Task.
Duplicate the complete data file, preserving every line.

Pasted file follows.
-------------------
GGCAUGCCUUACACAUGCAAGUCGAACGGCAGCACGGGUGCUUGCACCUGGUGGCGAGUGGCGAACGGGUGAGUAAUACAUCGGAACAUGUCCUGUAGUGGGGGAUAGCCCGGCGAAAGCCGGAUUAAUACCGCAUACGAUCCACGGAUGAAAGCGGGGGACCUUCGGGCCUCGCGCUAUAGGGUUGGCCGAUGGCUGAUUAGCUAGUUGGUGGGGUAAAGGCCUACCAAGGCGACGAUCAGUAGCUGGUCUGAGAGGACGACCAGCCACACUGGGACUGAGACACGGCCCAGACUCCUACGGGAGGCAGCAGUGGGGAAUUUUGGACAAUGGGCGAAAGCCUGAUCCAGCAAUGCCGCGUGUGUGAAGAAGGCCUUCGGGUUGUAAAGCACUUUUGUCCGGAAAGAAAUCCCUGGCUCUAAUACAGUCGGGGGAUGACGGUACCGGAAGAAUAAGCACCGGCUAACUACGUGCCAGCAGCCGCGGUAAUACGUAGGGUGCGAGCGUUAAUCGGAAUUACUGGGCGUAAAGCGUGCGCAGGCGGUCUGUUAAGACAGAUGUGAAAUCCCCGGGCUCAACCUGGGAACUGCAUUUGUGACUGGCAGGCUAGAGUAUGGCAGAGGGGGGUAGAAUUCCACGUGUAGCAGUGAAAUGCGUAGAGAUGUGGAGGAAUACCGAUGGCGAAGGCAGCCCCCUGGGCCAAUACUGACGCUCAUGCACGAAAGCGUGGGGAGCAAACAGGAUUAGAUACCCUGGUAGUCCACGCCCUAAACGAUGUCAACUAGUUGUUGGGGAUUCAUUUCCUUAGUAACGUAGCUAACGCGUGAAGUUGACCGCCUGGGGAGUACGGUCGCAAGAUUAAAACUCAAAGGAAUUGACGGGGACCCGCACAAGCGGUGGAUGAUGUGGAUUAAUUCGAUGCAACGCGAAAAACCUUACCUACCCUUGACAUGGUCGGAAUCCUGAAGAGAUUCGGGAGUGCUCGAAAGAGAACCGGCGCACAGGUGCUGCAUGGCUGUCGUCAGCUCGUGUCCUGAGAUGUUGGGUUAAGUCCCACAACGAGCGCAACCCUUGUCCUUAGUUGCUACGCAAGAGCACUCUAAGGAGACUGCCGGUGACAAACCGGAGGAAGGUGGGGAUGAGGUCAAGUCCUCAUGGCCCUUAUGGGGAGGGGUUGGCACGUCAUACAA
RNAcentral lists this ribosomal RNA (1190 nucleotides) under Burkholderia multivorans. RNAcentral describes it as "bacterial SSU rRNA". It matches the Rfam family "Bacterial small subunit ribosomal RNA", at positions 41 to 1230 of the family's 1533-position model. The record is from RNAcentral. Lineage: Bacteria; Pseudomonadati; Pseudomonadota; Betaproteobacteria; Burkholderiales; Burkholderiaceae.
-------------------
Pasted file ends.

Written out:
GGCAUGCCUUACACAUGCAAGUCGAACGGCAGCACGGGUGCUUGCACCUGGUGGCGAGUGGCGAACGGGUGAGUAAUACAUCGGAACAUGUCCUGUAGUGGGGGAUAGCCCGGCGAAAGCCGGAUUAAUACCGCAUACGAUCCACGGAUGAAAGCGGGGGACCUUCGGGCCUCGCGCUAUAGGGUUGGCCGAUGGCUGAUUAGCUAGUUGGUGGGGUAAAGGCCUACCAAGGCGACGAUCAGUAGCUGGUCUGAGAGGACGACCAGCCACACUGGGACUGAGACACGGCCCAGACUCCUACGGGAGGCAGCAGUGGGGAAUUUUGGACAAUGGGCGAAAGCCUGAUCCAGCAAUGCCGCGUGUGUGAAGAAGGCCUUCGGGUUGUAAAGCACUUUUGUCCGGAAAGAAAUCCCUGGCUCUAAUACAGUCGGGGGAUGACGGUACCGGAAGAAUAAGCACCGGCUAACUACGUGCCAGCAGCCGCGGUAAUACGUAGGGUGCGAGCGUUAAUCGGAAUUACUGGGCGUAAAGCGUGCGCAGGCGGUCUGUUAAGACAGAUGUGAAAUCCCCGGGCUCAACCUGGGAACUGCAUUUGUGACUGGCAGGCUAGAGUAUGGCAGAGGGGGGUAGAAUUCCACGUGUAGCAGUGAAAUGCGUAGAGAUGUGGAGGAAUACCGAUGGCGAAGGCAGCCCCCUGGGCCAAUACUGACGCUCAUGCACGAAAGCGUGGGGAGCAAACAGGAUUAGAUACCCUGGUAGUCCACGCCCUAAACGAUGUCAACUAGUUGUUGGGGAUUCAUUUCCUUAGUAACGUAGCUAACGCGUGAAGUUGACCGCCUGGGGAGUACGGUCGCAAGAUUAAAACUCAAAGGAAUUGACGGGGACCCGCACAAGCGGUGGAUGAUGUGGAUUAAUUCGAUGCAACGCGAAAAACCUUACCUACCCUUGACAUGGUCGGAAUCCUGAAGAGAUUCGGGAGUGCUCGAAAGAGAACCGGCGCACAGGUGCUGCAUGGCUGUCGUCAGCUCGUGUCCUGAGAUGUUGGGUUAAGUCCCACAACGAGCGCAACCCUUGUCCUUAGUUGCUACGCAAGAGCACUCUAAGGAGACUGCCGGUGACAAACCGGAGGAAGGUGGGGAUGAGGUCAAGUCCUCAUGGCCCUUAUGGGGAGGGGUUGGCACGUCAUACAA
RNAcentral lists this ribosomal RNA (1190 nucleotides) under Burkholderia multivorans. RNAcentral describes it as "bacterial SSU rRNA". It matches the Rfam family "Bacterial small subunit ribosomal RNA", at positions 41 to 1230 of the family's 1533-position model. The record is from RNAcentral. Lineage: Bacteria; Pseudomonadati; Pseudomonadota; Betaproteobacteria; Burkholderiales; Burkholderiaceae.